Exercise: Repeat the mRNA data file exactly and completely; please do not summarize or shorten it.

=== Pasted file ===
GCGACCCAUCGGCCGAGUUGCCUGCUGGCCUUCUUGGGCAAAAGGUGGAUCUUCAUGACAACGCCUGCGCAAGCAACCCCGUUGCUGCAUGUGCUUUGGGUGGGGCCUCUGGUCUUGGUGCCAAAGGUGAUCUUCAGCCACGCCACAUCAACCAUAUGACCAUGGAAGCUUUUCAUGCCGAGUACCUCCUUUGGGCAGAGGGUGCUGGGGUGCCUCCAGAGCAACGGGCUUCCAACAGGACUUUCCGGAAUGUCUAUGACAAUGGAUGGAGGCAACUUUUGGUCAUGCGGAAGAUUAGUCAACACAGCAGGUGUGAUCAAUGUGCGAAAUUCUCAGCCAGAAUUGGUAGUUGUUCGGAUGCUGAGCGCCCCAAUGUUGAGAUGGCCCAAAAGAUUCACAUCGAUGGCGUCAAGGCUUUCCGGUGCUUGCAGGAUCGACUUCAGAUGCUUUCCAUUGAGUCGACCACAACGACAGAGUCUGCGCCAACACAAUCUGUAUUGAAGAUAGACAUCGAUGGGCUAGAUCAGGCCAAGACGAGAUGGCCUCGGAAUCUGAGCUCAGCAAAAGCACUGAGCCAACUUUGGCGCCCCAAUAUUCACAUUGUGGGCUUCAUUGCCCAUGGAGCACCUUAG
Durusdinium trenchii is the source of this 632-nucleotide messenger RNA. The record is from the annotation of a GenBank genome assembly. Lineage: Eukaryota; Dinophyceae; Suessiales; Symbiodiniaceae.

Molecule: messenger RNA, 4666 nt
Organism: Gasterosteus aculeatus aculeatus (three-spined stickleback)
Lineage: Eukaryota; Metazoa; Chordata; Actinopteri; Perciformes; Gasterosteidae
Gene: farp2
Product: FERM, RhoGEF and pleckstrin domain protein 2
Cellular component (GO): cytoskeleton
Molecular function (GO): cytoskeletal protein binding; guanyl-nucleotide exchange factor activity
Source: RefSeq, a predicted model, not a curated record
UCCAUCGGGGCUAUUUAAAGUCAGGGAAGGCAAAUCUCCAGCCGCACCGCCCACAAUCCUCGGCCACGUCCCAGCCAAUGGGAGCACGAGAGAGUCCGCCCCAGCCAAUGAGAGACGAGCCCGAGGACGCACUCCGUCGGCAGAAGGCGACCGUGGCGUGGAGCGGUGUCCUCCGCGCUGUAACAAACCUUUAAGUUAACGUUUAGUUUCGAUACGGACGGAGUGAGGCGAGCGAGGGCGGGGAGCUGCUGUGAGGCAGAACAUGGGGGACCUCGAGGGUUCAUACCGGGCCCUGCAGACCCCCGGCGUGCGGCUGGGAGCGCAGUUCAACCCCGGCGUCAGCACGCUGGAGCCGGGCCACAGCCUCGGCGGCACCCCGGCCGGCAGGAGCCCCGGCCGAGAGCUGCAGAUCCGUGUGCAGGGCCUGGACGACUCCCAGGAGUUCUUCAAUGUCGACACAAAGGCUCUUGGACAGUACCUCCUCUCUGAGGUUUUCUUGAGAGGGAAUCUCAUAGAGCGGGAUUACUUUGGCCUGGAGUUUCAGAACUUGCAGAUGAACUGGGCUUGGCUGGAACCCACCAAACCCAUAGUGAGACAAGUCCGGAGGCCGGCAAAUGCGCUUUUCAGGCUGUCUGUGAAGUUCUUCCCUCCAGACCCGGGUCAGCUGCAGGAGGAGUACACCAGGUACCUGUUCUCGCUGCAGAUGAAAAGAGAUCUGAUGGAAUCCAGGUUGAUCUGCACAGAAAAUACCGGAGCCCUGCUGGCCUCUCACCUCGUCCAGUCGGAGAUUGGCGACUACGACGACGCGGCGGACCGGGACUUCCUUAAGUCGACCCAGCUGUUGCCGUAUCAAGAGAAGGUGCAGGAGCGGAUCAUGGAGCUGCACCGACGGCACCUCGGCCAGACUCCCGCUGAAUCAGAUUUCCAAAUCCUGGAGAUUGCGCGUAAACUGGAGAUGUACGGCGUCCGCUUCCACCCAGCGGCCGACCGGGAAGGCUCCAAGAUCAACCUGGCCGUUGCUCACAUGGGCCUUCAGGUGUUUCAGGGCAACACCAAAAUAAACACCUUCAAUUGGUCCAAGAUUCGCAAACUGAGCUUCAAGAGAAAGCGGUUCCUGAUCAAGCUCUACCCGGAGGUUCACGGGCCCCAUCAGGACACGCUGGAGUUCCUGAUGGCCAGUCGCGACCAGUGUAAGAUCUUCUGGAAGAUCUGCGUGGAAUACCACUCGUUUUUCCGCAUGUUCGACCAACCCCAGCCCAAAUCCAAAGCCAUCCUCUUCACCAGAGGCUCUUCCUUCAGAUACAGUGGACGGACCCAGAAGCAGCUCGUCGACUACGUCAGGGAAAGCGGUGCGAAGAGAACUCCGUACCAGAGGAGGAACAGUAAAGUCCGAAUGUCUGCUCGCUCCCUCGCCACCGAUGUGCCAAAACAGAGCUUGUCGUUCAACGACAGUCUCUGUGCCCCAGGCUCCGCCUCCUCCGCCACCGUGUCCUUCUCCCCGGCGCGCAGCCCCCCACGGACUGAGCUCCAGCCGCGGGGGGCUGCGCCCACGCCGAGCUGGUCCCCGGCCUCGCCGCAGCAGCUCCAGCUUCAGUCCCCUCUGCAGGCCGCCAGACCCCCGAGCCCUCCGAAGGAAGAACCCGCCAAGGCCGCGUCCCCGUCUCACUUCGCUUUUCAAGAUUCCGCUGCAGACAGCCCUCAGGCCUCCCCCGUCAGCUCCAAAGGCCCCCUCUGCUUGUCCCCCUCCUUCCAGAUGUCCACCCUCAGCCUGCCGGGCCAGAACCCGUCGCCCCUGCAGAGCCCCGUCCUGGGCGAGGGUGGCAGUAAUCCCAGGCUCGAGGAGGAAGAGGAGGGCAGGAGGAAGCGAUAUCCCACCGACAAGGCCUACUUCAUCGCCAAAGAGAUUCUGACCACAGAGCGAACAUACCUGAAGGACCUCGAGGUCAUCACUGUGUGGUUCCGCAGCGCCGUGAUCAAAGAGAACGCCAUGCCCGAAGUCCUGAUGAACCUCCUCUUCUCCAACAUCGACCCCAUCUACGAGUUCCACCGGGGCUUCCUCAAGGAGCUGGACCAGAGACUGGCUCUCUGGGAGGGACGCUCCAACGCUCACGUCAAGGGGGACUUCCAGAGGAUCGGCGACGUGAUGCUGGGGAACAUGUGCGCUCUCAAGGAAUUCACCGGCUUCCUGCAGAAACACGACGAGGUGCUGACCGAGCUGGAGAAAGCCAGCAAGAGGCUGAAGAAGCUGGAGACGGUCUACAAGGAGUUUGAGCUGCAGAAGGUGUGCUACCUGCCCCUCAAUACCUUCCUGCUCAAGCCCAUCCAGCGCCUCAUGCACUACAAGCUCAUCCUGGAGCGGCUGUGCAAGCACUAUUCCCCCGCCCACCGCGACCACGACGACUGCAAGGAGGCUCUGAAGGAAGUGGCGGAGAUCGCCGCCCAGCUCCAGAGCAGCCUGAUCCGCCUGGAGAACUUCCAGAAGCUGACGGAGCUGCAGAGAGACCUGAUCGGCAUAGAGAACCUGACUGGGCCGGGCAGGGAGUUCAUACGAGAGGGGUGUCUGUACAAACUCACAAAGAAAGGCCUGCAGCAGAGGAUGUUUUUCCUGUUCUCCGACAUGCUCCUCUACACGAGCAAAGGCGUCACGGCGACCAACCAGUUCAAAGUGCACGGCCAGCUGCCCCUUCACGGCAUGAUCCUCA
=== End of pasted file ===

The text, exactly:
GCGACCCAUCGGCCGAGUUGCCUGCUGGCCUUCUUGGGCAAAAGGUGGAUCUUCAUGACAACGCCUGCGCAAGCAACCCCGUUGCUGCAUGUGCUUUGGGUGGGGCCUCUGGUCUUGGUGCCAAAGGUGAUCUUCAGCCACGCCACAUCAACCAUAUGACCAUGGAAGCUUUUCAUGCCGAGUACCUCCUUUGGGCAGAGGGUGCUGGGGUGCCUCCAGAGCAACGGGCUUCCAACAGGACUUUCCGGAAUGUCUAUGACAAUGGAUGGAGGCAACUUUUGGUCAUGCGGAAGAUUAGUCAACACAGCAGGUGUGAUCAAUGUGCGAAAUUCUCAGCCAGAAUUGGUAGUUGUUCGGAUGCUGAGCGCCCCAAUGUUGAGAUGGCCCAAAAGAUUCACAUCGAUGGCGUCAAGGCUUUCCGGUGCUUGCAGGAUCGACUUCAGAUGCUUUCCAUUGAGUCGACCACAACGACAGAGUCUGCGCCAACACAAUCUGUAUUGAAGAUAGACAUCGAUGGGCUAGAUCAGGCCAAGACGAGAUGGCCUCGGAAUCUGAGCUCAGCAAAAGCACUGAGCCAACUUUGGCGCCCCAAUAUUCACAUUGUGGGCUUCAUUGCCCAUGGAGCACCUUAG
Durusdinium trenchii is the source of this 632-nucleotide messenger RNA. The record is from the annotation of a GenBank genome assembly. Lineage: Eukaryota; Dinophyceae; Suessiales; Symbiodiniaceae.

Molecule: messenger RNA, 4666 nt
Organism: Gasterosteus aculeatus aculeatus (three-spined stickleback)
Lineage: Eukaryota; Metazoa; Chordata; Actinopteri; Perciformes; Gasterosteidae
Gene: farp2
Product: FERM, RhoGEF and pleckstrin domain protein 2
Cellular component (GO): cytoskeleton
Molecular function (GO): cytoskeletal protein binding; guanyl-nucleotide exchange factor activity
Source: RefSeq, a predicted model, not a curated record
UCCAUCGGGGCUAUUUAAAGUCAGGGAAGGCAAAUCUCCAGCCGCACCGCCCACAAUCCUCGGCCACGUCCCAGCCAAUGGGAGCACGAGAGAGUCCGCCCCAGCCAAUGAGAGACGAGCCCGAGGACGCACUCCGUCGGCAGAAGGCGACCGUGGCGUGGAGCGGUGUCCUCCGCGCUGUAACAAACCUUUAAGUUAACGUUUAGUUUCGAUACGGACGGAGUGAGGCGAGCGAGGGCGGGGAGCUGCUGUGAGGCAGAACAUGGGGGACCUCGAGGGUUCAUACCGGGCCCUGCAGACCCCCGGCGUGCGGCUGGGAGCGCAGUUCAACCCCGGCGUCAGCACGCUGGAGCCGGGCCACAGCCUCGGCGGCACCCCGGCCGGCAGGAGCCCCGGCCGAGAGCUGCAGAUCCGUGUGCAGGGCCUGGACGACUCCCAGGAGUUCUUCAAUGUCGACACAAAGGCUCUUGGACAGUACCUCCUCUCUGAGGUUUUCUUGAGAGGGAAUCUCAUAGAGCGGGAUUACUUUGGCCUGGAGUUUCAGAACUUGCAGAUGAACUGGGCUUGGCUGGAACCCACCAAACCCAUAGUGAGACAAGUCCGGAGGCCGGCAAAUGCGCUUUUCAGGCUGUCUGUGAAGUUCUUCCCUCCAGACCCGGGUCAGCUGCAGGAGGAGUACACCAGGUACCUGUUCUCGCUGCAGAUGAAAAGAGAUCUGAUGGAAUCCAGGUUGAUCUGCACAGAAAAUACCGGAGCCCUGCUGGCCUCUCACCUCGUCCAGUCGGAGAUUGGCGACUACGACGACGCGGCGGACCGGGACUUCCUUAAGUCGACCCAGCUGUUGCCGUAUCAAGAGAAGGUGCAGGAGCGGAUCAUGGAGCUGCACCGACGGCACCUCGGCCAGACUCCCGCUGAAUCAGAUUUCCAAAUCCUGGAGAUUGCGCGUAAACUGGAGAUGUACGGCGUCCGCUUCCACCCAGCGGCCGACCGGGAAGGCUCCAAGAUCAACCUGGCCGUUGCUCACAUGGGCCUUCAGGUGUUUCAGGGCAACACCAAAAUAAACACCUUCAAUUGGUCCAAGAUUCGCAAACUGAGCUUCAAGAGAAAGCGGUUCCUGAUCAAGCUCUACCCGGAGGUUCACGGGCCCCAUCAGGACACGCUGGAGUUCCUGAUGGCCAGUCGCGACCAGUGUAAGAUCUUCUGGAAGAUCUGCGUGGAAUACCACUCGUUUUUCCGCAUGUUCGACCAACCCCAGCCCAAAUCCAAAGCCAUCCUCUUCACCAGAGGCUCUUCCUUCAGAUACAGUGGACGGACCCAGAAGCAGCUCGUCGACUACGUCAGGGAAAGCGGUGCGAAGAGAACUCCGUACCAGAGGAGGAACAGUAAAGUCCGAAUGUCUGCUCGCUCCCUCGCCACCGAUGUGCCAAAACAGAGCUUGUCGUUCAACGACAGUCUCUGUGCCCCAGGCUCCGCCUCCUCCGCCACCGUGUCCUUCUCCCCGGCGCGCAGCCCCCCACGGACUGAGCUCCAGCCGCGGGGGGCUGCGCCCACGCCGAGCUGGUCCCCGGCCUCGCCGCAGCAGCUCCAGCUUCAGUCCCCUCUGCAGGCCGCCAGACCCCCGAGCCCUCCGAAGGAAGAACCCGCCAAGGCCGCGUCCCCGUCUCACUUCGCUUUUCAAGAUUCCGCUGCAGACAGCCCUCAGGCCUCCCCCGUCAGCUCCAAAGGCCCCCUCUGCUUGUCCCCCUCCUUCCAGAUGUCCACCCUCAGCCUGCCGGGCCAGAACCCGUCGCCCCUGCAGAGCCCCGUCCUGGGCGAGGGUGGCAGUAAUCCCAGGCUCGAGGAGGAAGAGGAGGGCAGGAGGAAGCGAUAUCCCACCGACAAGGCCUACUUCAUCGCCAAAGAGAUUCUGACCACAGAGCGAACAUACCUGAAGGACCUCGAGGUCAUCACUGUGUGGUUCCGCAGCGCCGUGAUCAAAGAGAACGCCAUGCCCGAAGUCCUGAUGAACCUCCUCUUCUCCAACAUCGACCCCAUCUACGAGUUCCACCGGGGCUUCCUCAAGGAGCUGGACCAGAGACUGGCUCUCUGGGAGGGACGCUCCAACGCUCACGUCAAGGGGGACUUCCAGAGGAUCGGCGACGUGAUGCUGGGGAACAUGUGCGCUCUCAAGGAAUUCACCGGCUUCCUGCAGAAACACGACGAGGUGCUGACCGAGCUGGAGAAAGCCAGCAAGAGGCUGAAGAAGCUGGAGACGGUCUACAAGGAGUUUGAGCUGCAGAAGGUGUGCUACCUGCCCCUCAAUACCUUCCUGCUCAAGCCCAUCCAGCGCCUCAUGCACUACAAGCUCAUCCUGGAGCGGCUGUGCAAGCACUAUUCCCCCGCCCACCGCGACCACGACGACUGCAAGGAGGCUCUGAAGGAAGUGGCGGAGAUCGCCGCCCAGCUCCAGAGCAGCCUGAUCCGCCUGGAGAACUUCCAGAAGCUGACGGAGCUGCAGAGAGACCUGAUCGGCAUAGAGAACCUGACUGGGCCGGGCAGGGAGUUCAUACGAGAGGGGUGUCUGUACAAACUCACAAAGAAAGGCCUGCAGCAGAGGAUGUUUUUCCUGUUCUCCGACAUGCUCCUCUACACGAGCAAAGGCGUCACGGCGACCAACCAGUUCAAAGUGCACGGCCAGCUGCCCCUUCACGGCAUGAUCCUCA